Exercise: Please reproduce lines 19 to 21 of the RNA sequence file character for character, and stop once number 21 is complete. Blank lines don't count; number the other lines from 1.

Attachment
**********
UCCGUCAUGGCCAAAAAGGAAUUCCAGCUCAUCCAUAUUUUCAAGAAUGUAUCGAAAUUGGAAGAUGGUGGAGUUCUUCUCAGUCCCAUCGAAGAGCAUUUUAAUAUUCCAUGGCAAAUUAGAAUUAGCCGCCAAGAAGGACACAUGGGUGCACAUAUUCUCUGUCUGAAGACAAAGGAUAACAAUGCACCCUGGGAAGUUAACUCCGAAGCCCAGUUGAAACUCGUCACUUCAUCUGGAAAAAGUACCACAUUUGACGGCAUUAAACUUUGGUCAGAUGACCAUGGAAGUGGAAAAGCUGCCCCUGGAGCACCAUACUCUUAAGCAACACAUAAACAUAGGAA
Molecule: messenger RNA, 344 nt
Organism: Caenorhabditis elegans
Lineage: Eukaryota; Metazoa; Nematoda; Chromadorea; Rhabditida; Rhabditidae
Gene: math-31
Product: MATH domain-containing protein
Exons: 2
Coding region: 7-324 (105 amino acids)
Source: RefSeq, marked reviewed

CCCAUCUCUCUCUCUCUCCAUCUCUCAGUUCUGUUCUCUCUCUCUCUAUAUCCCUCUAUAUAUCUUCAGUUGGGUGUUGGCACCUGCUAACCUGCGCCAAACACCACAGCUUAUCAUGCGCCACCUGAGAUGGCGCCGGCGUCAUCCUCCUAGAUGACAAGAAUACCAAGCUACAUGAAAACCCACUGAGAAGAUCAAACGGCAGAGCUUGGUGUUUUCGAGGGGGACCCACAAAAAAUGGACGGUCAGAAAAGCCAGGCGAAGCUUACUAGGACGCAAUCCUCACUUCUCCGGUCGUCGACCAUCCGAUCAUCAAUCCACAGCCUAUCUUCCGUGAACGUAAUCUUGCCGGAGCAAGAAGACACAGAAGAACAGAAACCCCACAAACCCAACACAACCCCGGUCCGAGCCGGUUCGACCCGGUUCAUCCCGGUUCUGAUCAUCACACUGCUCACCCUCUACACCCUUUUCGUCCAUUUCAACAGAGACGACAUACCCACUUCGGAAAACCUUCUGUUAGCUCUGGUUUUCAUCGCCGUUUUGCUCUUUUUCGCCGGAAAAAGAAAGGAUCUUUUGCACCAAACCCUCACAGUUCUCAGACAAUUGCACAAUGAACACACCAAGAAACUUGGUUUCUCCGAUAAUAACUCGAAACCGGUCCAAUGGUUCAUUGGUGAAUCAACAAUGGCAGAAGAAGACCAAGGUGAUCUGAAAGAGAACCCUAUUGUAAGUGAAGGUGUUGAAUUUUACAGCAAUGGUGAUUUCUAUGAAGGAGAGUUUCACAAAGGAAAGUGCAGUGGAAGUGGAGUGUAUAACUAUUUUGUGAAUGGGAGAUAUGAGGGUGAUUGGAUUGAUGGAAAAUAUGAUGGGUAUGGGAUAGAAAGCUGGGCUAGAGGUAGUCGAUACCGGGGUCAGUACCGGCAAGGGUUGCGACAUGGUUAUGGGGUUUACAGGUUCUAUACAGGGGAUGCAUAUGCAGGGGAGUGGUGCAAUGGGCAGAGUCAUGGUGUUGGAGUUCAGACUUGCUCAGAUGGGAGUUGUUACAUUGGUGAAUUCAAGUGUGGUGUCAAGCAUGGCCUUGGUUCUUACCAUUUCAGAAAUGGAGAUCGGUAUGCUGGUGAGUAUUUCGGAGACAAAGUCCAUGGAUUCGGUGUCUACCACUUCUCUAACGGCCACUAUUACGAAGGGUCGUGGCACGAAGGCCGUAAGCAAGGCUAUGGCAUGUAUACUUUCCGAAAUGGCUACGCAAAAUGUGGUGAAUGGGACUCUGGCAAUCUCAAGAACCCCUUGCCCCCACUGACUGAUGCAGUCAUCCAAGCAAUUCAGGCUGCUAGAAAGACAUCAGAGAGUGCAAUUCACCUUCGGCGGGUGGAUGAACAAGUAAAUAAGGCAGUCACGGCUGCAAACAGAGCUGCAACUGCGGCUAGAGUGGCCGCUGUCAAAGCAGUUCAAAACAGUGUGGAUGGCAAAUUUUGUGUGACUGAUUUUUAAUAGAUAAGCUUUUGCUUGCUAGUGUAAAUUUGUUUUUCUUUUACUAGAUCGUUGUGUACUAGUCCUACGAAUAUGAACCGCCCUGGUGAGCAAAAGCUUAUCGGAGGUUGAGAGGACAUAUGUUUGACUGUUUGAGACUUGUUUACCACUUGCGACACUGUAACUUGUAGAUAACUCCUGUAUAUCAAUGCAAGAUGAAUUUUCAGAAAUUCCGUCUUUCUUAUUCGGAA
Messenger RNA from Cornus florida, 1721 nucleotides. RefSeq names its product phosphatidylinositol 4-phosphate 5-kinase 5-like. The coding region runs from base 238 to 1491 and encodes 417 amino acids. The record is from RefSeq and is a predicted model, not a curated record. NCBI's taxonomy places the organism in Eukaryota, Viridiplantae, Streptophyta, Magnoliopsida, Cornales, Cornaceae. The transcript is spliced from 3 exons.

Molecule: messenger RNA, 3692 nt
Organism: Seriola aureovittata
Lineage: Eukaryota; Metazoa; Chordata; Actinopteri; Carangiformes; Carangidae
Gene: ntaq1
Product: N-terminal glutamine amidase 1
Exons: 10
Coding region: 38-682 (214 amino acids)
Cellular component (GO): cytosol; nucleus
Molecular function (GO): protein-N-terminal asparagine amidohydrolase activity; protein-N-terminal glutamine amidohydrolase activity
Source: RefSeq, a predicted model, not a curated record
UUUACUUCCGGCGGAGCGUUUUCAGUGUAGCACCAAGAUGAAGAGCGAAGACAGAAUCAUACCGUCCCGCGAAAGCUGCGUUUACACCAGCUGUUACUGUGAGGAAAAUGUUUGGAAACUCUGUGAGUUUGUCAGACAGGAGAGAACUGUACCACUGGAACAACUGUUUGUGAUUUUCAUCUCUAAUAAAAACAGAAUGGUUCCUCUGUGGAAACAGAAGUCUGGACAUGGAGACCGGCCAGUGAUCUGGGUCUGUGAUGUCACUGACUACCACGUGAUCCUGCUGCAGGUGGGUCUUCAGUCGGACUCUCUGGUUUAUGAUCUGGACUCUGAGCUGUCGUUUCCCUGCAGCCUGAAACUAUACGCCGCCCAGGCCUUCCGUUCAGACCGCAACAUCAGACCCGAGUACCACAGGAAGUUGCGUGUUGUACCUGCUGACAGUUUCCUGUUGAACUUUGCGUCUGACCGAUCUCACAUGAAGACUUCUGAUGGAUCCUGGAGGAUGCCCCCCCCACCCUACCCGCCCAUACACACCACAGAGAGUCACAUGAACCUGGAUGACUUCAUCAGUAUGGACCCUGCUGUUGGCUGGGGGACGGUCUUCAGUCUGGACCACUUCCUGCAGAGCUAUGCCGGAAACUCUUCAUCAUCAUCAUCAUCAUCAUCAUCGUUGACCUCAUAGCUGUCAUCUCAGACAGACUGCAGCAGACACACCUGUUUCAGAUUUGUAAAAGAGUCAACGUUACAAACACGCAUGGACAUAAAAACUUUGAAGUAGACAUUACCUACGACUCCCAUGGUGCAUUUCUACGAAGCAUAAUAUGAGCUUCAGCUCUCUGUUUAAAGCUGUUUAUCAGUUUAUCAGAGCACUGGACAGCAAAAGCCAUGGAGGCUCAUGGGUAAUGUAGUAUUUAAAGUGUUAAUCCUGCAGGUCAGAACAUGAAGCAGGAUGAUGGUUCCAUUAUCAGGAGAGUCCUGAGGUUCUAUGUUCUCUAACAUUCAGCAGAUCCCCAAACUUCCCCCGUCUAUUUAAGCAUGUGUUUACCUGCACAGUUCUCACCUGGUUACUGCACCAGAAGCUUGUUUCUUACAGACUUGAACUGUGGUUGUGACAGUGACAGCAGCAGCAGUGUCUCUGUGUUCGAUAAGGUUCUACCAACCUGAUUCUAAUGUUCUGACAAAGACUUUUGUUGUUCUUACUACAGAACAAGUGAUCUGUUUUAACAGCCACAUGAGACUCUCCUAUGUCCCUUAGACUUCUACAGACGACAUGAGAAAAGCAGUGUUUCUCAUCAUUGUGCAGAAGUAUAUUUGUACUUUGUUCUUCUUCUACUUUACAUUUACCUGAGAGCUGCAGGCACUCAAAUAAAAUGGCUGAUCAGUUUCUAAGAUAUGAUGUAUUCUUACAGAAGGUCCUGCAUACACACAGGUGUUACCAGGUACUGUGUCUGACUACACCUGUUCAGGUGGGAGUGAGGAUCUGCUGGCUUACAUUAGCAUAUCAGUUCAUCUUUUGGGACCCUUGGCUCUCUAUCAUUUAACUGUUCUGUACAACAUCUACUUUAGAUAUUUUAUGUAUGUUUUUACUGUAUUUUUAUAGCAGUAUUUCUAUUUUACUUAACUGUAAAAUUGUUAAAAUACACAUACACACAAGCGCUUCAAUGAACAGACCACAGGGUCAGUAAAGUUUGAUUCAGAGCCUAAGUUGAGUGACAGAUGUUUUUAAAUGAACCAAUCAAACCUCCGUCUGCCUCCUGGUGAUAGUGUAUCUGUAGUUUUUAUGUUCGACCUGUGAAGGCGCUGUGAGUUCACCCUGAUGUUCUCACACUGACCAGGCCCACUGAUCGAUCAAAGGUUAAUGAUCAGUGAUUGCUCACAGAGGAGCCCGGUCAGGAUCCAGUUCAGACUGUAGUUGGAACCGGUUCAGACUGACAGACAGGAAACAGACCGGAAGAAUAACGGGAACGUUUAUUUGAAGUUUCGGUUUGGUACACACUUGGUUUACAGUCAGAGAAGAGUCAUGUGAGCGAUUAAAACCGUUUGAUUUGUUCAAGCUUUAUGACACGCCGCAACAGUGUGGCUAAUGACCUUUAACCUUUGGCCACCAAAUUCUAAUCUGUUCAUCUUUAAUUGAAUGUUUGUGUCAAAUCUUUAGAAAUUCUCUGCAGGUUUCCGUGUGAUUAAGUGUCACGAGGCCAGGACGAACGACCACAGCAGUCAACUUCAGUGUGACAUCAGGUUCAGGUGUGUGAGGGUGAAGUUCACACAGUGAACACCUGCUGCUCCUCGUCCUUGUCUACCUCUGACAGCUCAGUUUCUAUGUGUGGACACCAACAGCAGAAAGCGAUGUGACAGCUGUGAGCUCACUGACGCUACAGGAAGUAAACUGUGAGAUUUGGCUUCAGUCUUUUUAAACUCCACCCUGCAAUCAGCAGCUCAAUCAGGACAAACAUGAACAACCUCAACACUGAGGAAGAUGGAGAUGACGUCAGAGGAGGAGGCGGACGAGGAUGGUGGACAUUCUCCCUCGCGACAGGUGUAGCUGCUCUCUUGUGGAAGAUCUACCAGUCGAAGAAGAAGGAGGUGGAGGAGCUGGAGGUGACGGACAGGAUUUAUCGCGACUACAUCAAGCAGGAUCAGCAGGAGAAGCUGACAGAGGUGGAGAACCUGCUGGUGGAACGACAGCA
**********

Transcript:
Cellular component (GO): cytosol; nucleus
Molecular function (GO): protein-N-terminal asparagine amidohydrolase activity; protein-N-terminal glutamine amidohydrolase activity
Source: RefSeq, a predicted model, not a curated record